General Genetics/Dominant and Recessive Genes

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When Mendel studied peas, one of the phenotypes showed complete dominance over the other one. If we look at pea height, and denote the gene for short as s and the gene for tall as S, then as every plant has two sets chromosomes each has two genes at this locus.

So there are three possibilities: SS, Ss, ss (order doesn't matter)

In this case S was fully dominant over s, so Ss individuals were phenotypically identical to SS individuals. Only ss pea plants were short. The S gene would be said to be Dominant While the s gene is said to be Recessive.

The Molecular Basis of DominanceEdit

As has already been mentioned, all diploid organisms have two homologous chromosomes. At a specific locus on each homologous chromosome, there are homologous alleles for a particular trait. For example, the gene that codes for a dominant tall pea plant could be labeled A2 and for a short recessive pea plant could be labeled A1.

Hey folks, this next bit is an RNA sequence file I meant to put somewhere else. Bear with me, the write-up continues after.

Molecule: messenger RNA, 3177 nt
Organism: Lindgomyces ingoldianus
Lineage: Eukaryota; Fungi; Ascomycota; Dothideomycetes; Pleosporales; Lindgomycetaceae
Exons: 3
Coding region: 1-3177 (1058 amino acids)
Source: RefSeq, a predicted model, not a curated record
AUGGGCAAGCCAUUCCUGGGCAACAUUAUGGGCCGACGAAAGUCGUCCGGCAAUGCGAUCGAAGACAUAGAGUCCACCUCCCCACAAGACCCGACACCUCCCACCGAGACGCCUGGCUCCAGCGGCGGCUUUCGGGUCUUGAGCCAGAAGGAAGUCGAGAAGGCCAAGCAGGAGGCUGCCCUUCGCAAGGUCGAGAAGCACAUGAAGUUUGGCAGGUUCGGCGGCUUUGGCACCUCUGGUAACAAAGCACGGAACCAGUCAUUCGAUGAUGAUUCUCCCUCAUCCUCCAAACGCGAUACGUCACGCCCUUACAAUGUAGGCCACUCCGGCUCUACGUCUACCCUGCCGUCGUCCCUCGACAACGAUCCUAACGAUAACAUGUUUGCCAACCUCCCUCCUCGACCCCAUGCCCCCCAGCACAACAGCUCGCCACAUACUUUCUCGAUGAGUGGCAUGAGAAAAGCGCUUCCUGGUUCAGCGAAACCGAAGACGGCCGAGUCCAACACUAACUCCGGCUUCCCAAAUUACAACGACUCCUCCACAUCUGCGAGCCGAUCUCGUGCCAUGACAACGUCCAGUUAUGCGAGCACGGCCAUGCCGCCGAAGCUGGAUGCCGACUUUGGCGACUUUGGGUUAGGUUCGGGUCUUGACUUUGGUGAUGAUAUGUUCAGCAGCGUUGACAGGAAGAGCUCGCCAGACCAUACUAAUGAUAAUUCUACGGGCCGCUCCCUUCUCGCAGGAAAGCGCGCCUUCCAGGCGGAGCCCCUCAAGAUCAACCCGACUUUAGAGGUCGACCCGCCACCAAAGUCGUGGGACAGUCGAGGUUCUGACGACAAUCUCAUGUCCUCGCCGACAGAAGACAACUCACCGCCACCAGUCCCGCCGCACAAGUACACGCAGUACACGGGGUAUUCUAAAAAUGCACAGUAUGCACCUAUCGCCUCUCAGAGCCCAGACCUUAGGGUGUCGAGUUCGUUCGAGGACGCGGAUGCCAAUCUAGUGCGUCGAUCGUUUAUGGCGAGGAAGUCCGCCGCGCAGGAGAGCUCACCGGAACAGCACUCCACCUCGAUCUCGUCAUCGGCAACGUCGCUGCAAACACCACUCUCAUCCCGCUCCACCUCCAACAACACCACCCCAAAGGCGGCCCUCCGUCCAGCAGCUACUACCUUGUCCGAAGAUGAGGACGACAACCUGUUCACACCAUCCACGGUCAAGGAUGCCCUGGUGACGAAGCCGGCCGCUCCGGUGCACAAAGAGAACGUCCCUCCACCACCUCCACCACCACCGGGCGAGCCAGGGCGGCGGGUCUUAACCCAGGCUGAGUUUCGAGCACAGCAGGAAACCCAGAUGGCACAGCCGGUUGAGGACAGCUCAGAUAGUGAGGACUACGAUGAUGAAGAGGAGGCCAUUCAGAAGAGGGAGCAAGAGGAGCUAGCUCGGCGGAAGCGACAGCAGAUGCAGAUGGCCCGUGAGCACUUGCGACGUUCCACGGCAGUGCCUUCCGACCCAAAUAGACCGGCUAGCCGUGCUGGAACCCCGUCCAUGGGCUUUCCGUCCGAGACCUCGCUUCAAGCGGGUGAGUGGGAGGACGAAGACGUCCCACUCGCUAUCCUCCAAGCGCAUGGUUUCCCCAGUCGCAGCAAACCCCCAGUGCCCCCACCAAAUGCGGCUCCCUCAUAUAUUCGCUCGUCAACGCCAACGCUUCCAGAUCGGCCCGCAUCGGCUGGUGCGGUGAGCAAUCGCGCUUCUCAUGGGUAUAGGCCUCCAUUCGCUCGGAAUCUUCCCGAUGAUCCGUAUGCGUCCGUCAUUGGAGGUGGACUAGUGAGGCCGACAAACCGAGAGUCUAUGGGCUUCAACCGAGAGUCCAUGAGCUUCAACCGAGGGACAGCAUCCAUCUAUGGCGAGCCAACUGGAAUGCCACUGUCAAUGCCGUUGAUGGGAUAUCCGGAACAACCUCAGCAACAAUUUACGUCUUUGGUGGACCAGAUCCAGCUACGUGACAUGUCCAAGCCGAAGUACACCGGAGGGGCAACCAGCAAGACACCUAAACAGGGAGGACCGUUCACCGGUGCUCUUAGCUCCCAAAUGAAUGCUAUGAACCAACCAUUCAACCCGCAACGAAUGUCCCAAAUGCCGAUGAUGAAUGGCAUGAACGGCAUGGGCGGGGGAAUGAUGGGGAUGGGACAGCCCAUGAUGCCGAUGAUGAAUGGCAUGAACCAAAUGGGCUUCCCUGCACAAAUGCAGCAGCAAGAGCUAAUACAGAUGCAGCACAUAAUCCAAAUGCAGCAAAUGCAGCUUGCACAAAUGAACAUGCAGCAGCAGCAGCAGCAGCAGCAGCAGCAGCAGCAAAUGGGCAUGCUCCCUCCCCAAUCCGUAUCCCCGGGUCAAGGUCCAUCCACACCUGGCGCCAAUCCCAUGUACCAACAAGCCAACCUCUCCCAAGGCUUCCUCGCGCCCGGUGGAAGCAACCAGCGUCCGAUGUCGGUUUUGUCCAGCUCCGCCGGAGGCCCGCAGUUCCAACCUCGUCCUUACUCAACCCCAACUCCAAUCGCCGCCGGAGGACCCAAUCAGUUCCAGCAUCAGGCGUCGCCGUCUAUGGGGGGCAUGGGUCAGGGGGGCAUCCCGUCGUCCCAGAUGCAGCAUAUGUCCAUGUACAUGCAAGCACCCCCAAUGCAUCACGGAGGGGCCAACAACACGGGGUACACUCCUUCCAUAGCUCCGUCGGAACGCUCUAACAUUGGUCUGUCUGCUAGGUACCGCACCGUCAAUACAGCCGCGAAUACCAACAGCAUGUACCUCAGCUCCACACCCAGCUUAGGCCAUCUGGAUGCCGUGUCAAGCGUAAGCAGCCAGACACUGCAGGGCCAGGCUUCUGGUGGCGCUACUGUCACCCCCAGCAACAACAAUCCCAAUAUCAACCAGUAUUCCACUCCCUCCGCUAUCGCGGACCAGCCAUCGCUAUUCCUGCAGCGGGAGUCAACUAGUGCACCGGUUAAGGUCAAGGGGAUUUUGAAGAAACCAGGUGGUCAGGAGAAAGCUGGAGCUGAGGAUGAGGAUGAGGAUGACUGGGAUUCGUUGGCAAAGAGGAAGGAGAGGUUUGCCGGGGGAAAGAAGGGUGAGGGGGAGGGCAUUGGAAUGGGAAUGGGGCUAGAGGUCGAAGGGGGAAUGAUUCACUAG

Alternative Patterns of InheritanceEdit

Not all loci show this simple dominance. If we represent phenotype on a plot then Complete Dominance would be like this:

AA/Aa                                          aa     Complete Dominance

Other types are:

AA                    Aa                       aa     No Dominance
AA     Aa                                      aa     Incomplete Dominance
Aa      AA                                     aa     Over Dominance

The Arbitrary Nature of Recessiveness and DominanceEdit